A computationally efficient technique for the analysis of delamination in composite structures with the explicit finite element method is proposed. In the approach, the in-plane and the out-of-plane stiffness of a composite laminate are represented by different material phases. The laminate is seen as a stack of sub-laminates modeled by 2D elements that carry the in-plane stress components. These sub-laminates are connected together with three-dimensional elements that carry the out-of-plane stress components and account for the transverse shear stiffness. Cohesive zone models are adapted to represent the interlaminar damage within the connection elements. The principal advantage of this hybrid modeling technique is that interlaminar damage can be modeled without introducing zero-thickness cohesive elements, which are characterized by means of very large penalty stiffnesses. Consequently, the material stiffness is specified according to physical considerations and, therefore, stable time steps in explicit analyses are not affected by non-physical stiffnesses. The theoretical aspects of the modeling technique and the assessment of a laminate’s model are introduced. Then, three different test cases are considered to confirm that the correct kinematic response is achieved and to demonstrate that sequences of complex delamination events can be predicted accurately and efficiently.

An Efficient Approach for Modeling Interlaminar Damage in Composite Laminates with Explicit Finite Element Codes

AIROLDI, ALESSANDRO;SALA, GIUSEPPE;BETTINI, PAOLO;BALDI, ANDREA
2013-01-01

Abstract

A computationally efficient technique for the analysis of delamination in composite structures with the explicit finite element method is proposed. In the approach, the in-plane and the out-of-plane stiffness of a composite laminate are represented by different material phases. The laminate is seen as a stack of sub-laminates modeled by 2D elements that carry the in-plane stress components. These sub-laminates are connected together with three-dimensional elements that carry the out-of-plane stress components and account for the transverse shear stiffness. Cohesive zone models are adapted to represent the interlaminar damage within the connection elements. The principal advantage of this hybrid modeling technique is that interlaminar damage can be modeled without introducing zero-thickness cohesive elements, which are characterized by means of very large penalty stiffnesses. Consequently, the material stiffness is specified according to physical considerations and, therefore, stable time steps in explicit analyses are not affected by non-physical stiffnesses. The theoretical aspects of the modeling technique and the assessment of a laminate’s model are introduced. Then, three different test cases are considered to confirm that the correct kinematic response is achieved and to demonstrate that sequences of complex delamination events can be predicted accurately and efficiently.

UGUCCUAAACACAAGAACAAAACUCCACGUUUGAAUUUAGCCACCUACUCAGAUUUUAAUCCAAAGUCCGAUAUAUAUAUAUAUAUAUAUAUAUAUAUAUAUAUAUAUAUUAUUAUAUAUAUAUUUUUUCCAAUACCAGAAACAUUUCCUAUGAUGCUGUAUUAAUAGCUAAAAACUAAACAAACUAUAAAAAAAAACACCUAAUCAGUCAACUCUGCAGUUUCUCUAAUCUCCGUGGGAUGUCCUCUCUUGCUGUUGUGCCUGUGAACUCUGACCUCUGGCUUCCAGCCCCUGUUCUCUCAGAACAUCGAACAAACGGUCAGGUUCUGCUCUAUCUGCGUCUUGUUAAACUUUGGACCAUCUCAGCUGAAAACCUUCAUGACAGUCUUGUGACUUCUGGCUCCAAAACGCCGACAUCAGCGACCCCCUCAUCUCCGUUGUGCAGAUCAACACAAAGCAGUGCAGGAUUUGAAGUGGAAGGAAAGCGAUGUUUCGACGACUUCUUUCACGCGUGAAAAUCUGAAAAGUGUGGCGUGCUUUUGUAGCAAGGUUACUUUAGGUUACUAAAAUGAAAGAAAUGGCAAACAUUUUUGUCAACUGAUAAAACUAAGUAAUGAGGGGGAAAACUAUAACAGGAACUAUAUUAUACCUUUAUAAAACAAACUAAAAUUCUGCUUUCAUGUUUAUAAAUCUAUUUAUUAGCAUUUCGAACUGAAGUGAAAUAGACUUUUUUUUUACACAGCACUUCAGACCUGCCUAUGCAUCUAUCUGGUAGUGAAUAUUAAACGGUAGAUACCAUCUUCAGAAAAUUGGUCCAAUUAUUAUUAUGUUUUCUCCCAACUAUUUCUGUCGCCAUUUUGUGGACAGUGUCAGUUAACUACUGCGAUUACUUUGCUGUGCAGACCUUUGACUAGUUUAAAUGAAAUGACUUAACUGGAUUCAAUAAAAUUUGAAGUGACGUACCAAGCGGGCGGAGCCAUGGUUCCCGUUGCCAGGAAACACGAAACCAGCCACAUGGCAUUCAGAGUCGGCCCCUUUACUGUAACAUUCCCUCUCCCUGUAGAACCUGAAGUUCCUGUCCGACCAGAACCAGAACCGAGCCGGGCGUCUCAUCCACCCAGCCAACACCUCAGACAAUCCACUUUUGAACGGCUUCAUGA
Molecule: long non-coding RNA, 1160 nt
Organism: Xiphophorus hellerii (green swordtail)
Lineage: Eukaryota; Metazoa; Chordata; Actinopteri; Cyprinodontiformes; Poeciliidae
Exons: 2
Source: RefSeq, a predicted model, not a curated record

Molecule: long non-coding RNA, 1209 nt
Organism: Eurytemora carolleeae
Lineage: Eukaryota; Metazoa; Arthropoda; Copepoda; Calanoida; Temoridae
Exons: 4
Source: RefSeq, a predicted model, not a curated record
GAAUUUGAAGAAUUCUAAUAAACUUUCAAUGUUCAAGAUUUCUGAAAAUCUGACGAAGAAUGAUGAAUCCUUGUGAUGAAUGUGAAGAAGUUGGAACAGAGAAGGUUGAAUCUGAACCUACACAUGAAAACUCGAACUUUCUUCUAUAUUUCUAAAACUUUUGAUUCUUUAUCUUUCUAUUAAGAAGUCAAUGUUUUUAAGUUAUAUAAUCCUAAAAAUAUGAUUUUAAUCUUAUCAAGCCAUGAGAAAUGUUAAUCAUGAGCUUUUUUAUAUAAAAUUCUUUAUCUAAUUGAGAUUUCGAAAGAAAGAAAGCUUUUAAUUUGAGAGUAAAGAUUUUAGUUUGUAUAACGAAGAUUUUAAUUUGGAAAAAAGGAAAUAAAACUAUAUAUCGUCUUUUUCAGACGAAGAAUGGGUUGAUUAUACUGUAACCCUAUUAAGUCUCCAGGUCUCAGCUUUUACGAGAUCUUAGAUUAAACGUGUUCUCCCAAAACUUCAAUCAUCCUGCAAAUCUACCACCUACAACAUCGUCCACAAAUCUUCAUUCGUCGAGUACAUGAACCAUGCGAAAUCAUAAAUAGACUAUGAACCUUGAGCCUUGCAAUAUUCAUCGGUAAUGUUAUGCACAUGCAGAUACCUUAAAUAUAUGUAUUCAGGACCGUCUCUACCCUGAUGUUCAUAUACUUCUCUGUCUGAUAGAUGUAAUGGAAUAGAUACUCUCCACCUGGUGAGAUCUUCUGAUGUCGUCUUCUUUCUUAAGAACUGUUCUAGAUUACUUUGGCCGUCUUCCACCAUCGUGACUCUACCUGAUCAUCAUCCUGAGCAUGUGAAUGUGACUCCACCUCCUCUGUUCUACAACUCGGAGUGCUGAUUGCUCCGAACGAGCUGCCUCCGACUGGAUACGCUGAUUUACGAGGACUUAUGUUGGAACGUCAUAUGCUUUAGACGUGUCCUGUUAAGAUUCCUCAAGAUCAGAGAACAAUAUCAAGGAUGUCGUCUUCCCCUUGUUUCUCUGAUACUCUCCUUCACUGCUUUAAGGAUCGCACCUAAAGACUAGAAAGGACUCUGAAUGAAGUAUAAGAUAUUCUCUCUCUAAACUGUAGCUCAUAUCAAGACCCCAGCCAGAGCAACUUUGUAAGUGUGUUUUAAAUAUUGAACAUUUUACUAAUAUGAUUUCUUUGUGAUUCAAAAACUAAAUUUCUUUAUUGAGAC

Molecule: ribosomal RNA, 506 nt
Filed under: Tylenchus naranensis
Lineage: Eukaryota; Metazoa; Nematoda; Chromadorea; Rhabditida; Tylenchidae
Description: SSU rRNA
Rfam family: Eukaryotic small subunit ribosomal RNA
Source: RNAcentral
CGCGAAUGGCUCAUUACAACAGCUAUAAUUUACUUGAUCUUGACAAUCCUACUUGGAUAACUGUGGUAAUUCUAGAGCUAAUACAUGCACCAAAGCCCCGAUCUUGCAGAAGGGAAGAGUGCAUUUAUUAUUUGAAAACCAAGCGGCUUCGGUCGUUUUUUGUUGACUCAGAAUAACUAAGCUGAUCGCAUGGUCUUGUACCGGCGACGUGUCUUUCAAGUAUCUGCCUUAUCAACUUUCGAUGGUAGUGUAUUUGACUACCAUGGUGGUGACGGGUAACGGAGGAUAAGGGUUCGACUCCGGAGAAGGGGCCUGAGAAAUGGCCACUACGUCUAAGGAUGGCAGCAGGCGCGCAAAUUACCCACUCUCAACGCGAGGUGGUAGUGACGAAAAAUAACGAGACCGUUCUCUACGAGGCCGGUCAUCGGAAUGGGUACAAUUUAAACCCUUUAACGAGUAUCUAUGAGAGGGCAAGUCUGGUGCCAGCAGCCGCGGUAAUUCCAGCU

Carbon fibres; cohesive elements; delamination; explicit finite element analyses
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Utilizza questo identificativo per citare o creare un link a questo documento: https://hdl.handle.net/11311/715765
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